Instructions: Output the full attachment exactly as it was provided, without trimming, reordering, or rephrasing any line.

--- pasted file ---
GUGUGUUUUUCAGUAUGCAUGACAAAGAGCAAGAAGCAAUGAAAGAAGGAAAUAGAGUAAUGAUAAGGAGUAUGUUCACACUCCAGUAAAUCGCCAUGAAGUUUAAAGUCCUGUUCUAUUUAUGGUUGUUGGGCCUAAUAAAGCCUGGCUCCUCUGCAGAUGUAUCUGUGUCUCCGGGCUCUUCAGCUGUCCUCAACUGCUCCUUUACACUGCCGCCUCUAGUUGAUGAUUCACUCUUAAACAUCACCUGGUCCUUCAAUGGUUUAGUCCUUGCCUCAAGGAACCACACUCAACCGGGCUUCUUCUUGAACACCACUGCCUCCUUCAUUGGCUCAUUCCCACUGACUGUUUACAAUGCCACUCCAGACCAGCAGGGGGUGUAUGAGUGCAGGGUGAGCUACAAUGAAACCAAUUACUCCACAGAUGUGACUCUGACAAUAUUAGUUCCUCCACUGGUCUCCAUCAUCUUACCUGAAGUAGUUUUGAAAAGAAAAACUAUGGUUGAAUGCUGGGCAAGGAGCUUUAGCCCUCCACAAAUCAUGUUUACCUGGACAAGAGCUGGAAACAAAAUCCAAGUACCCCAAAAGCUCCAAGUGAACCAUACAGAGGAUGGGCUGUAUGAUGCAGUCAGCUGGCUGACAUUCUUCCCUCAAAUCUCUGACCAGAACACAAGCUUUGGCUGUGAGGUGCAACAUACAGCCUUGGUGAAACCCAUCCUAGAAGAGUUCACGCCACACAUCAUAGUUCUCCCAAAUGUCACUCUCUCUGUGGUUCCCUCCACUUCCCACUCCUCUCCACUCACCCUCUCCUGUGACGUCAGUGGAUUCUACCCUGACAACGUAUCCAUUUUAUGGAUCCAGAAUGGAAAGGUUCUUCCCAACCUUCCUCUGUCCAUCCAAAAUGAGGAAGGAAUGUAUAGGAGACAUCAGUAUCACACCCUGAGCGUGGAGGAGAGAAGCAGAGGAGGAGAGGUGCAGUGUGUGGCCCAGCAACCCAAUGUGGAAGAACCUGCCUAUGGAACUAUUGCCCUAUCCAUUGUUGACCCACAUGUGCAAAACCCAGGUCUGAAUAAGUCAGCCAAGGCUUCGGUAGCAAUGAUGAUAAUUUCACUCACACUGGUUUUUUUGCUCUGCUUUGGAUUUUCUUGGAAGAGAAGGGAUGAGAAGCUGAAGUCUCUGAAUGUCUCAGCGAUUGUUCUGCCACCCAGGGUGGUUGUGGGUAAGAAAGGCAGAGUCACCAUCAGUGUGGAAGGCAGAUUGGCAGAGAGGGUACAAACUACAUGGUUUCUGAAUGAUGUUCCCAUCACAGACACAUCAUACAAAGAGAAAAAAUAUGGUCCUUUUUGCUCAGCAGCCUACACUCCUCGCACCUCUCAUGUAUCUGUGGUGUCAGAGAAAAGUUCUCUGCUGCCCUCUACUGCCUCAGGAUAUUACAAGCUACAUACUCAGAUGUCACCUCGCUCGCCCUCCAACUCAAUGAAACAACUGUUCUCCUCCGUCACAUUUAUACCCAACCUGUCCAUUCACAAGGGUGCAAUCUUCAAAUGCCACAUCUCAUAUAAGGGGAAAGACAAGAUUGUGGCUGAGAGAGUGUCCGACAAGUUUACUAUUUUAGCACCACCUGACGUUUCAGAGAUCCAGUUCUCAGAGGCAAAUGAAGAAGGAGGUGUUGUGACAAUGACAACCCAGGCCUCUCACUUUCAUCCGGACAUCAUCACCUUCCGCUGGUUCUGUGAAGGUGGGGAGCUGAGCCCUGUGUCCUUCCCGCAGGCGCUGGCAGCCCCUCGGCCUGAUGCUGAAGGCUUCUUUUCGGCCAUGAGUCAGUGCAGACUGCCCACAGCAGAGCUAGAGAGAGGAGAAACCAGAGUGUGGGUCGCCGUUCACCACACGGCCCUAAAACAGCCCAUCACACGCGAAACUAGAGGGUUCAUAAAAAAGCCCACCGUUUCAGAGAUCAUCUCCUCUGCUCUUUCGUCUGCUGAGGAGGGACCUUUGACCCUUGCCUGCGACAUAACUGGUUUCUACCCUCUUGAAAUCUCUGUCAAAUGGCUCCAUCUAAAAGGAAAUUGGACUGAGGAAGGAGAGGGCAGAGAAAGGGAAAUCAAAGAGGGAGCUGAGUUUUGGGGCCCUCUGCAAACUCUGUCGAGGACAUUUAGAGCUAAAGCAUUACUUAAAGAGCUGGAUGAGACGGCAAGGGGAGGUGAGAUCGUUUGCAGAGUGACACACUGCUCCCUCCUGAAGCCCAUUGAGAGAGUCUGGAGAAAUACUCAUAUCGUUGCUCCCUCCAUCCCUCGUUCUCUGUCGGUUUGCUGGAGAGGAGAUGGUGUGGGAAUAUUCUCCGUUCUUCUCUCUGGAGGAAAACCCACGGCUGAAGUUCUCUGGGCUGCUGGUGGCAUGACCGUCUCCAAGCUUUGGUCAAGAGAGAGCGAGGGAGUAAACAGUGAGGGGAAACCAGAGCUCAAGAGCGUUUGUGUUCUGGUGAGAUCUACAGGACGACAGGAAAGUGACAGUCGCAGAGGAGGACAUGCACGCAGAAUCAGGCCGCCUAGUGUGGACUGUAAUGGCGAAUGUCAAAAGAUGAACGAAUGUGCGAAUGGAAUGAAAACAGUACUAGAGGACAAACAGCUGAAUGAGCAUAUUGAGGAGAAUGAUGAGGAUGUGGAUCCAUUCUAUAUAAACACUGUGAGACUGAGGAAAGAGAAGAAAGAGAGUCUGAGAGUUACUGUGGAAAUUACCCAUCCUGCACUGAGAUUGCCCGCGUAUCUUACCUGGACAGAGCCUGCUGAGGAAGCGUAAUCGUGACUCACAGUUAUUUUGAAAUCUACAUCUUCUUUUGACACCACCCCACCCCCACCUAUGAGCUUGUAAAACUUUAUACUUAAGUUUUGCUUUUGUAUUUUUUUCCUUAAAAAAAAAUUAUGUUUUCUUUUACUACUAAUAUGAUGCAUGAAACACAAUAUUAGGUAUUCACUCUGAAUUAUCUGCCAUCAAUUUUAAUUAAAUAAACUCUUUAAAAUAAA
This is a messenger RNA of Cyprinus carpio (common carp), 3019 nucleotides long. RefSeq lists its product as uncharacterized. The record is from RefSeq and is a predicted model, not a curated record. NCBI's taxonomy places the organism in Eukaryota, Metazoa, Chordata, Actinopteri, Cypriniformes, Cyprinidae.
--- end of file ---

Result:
GUGUGUUUUUCAGUAUGCAUGACAAAGAGCAAGAAGCAAUGAAAGAAGGAAAUAGAGUAAUGAUAAGGAGUAUGUUCACACUCCAGUAAAUCGCCAUGAAGUUUAAAGUCCUGUUCUAUUUAUGGUUGUUGGGCCUAAUAAAGCCUGGCUCCUCUGCAGAUGUAUCUGUGUCUCCGGGCUCUUCAGCUGUCCUCAACUGCUCCUUUACACUGCCGCCUCUAGUUGAUGAUUCACUCUUAAACAUCACCUGGUCCUUCAAUGGUUUAGUCCUUGCCUCAAGGAACCACACUCAACCGGGCUUCUUCUUGAACACCACUGCCUCCUUCAUUGGCUCAUUCCCACUGACUGUUUACAAUGCCACUCCAGACCAGCAGGGGGUGUAUGAGUGCAGGGUGAGCUACAAUGAAACCAAUUACUCCACAGAUGUGACUCUGACAAUAUUAGUUCCUCCACUGGUCUCCAUCAUCUUACCUGAAGUAGUUUUGAAAAGAAAAACUAUGGUUGAAUGCUGGGCAAGGAGCUUUAGCCCUCCACAAAUCAUGUUUACCUGGACAAGAGCUGGAAACAAAAUCCAAGUACCCCAAAAGCUCCAAGUGAACCAUACAGAGGAUGGGCUGUAUGAUGCAGUCAGCUGGCUGACAUUCUUCCCUCAAAUCUCUGACCAGAACACAAGCUUUGGCUGUGAGGUGCAACAUACAGCCUUGGUGAAACCCAUCCUAGAAGAGUUCACGCCACACAUCAUAGUUCUCCCAAAUGUCACUCUCUCUGUGGUUCCCUCCACUUCCCACUCCUCUCCACUCACCCUCUCCUGUGACGUCAGUGGAUUCUACCCUGACAACGUAUCCAUUUUAUGGAUCCAGAAUGGAAAGGUUCUUCCCAACCUUCCUCUGUCCAUCCAAAAUGAGGAAGGAAUGUAUAGGAGACAUCAGUAUCACACCCUGAGCGUGGAGGAGAGAAGCAGAGGAGGAGAGGUGCAGUGUGUGGCCCAGCAACCCAAUGUGGAAGAACCUGCCUAUGGAACUAUUGCCCUAUCCAUUGUUGACCCACAUGUGCAAAACCCAGGUCUGAAUAAGUCAGCCAAGGCUUCGGUAGCAAUGAUGAUAAUUUCACUCACACUGGUUUUUUUGCUCUGCUUUGGAUUUUCUUGGAAGAGAAGGGAUGAGAAGCUGAAGUCUCUGAAUGUCUCAGCGAUUGUUCUGCCACCCAGGGUGGUUGUGGGUAAGAAAGGCAGAGUCACCAUCAGUGUGGAAGGCAGAUUGGCAGAGAGGGUACAAACUACAUGGUUUCUGAAUGAUGUUCCCAUCACAGACACAUCAUACAAAGAGAAAAAAUAUGGUCCUUUUUGCUCAGCAGCCUACACUCCUCGCACCUCUCAUGUAUCUGUGGUGUCAGAGAAAAGUUCUCUGCUGCCCUCUACUGCCUCAGGAUAUUACAAGCUACAUACUCAGAUGUCACCUCGCUCGCCCUCCAACUCAAUGAAACAACUGUUCUCCUCCGUCACAUUUAUACCCAACCUGUCCAUUCACAAGGGUGCAAUCUUCAAAUGCCACAUCUCAUAUAAGGGGAAAGACAAGAUUGUGGCUGAGAGAGUGUCCGACAAGUUUACUAUUUUAGCACCACCUGACGUUUCAGAGAUCCAGUUCUCAGAGGCAAAUGAAGAAGGAGGUGUUGUGACAAUGACAACCCAGGCCUCUCACUUUCAUCCGGACAUCAUCACCUUCCGCUGGUUCUGUGAAGGUGGGGAGCUGAGCCCUGUGUCCUUCCCGCAGGCGCUGGCAGCCCCUCGGCCUGAUGCUGAAGGCUUCUUUUCGGCCAUGAGUCAGUGCAGACUGCCCACAGCAGAGCUAGAGAGAGGAGAAACCAGAGUGUGGGUCGCCGUUCACCACACGGCCCUAAAACAGCCCAUCACACGCGAAACUAGAGGGUUCAUAAAAAAGCCCACCGUUUCAGAGAUCAUCUCCUCUGCUCUUUCGUCUGCUGAGGAGGGACCUUUGACCCUUGCCUGCGACAUAACUGGUUUCUACCCUCUUGAAAUCUCUGUCAAAUGGCUCCAUCUAAAAGGAAAUUGGACUGAGGAAGGAGAGGGCAGAGAAAGGGAAAUCAAAGAGGGAGCUGAGUUUUGGGGCCCUCUGCAAACUCUGUCGAGGACAUUUAGAGCUAAAGCAUUACUUAAAGAGCUGGAUGAGACGGCAAGGGGAGGUGAGAUCGUUUGCAGAGUGACACACUGCUCCCUCCUGAAGCCCAUUGAGAGAGUCUGGAGAAAUACUCAUAUCGUUGCUCCCUCCAUCCCUCGUUCUCUGUCGGUUUGCUGGAGAGGAGAUGGUGUGGGAAUAUUCUCCGUUCUUCUCUCUGGAGGAAAACCCACGGCUGAAGUUCUCUGGGCUGCUGGUGGCAUGACCGUCUCCAAGCUUUGGUCAAGAGAGAGCGAGGGAGUAAACAGUGAGGGGAAACCAGAGCUCAAGAGCGUUUGUGUUCUGGUGAGAUCUACAGGACGACAGGAAAGUGACAGUCGCAGAGGAGGACAUGCACGCAGAAUCAGGCCGCCUAGUGUGGACUGUAAUGGCGAAUGUCAAAAGAUGAACGAAUGUGCGAAUGGAAUGAAAACAGUACUAGAGGACAAACAGCUGAAUGAGCAUAUUGAGGAGAAUGAUGAGGAUGUGGAUCCAUUCUAUAUAAACACUGUGAGACUGAGGAAAGAGAAGAAAGAGAGUCUGAGAGUUACUGUGGAAAUUACCCAUCCUGCACUGAGAUUGCCCGCGUAUCUUACCUGGACAGAGCCUGCUGAGGAAGCGUAAUCGUGACUCACAGUUAUUUUGAAAUCUACAUCUUCUUUUGACACCACCCCACCCCCACCUAUGAGCUUGUAAAACUUUAUACUUAAGUUUUGCUUUUGUAUUUUUUUCCUUAAAAAAAAAUUAUGUUUUCUUUUACUACUAAUAUGAUGCAUGAAACACAAUAUUAGGUAUUCACUCUGAAUUAUCUGCCAUCAAUUUUAAUUAAAUAAACUCUUUAAAAUAAA
This is a messenger RNA of Cyprinus carpio (common carp), 3019 nucleotides long. RefSeq lists its product as uncharacterized. The record is from RefSeq and is a predicted model, not a curated record. NCBI's taxonomy places the organism in Eukaryota, Metazoa, Chordata, Actinopteri, Cypriniformes, Cyprinidae.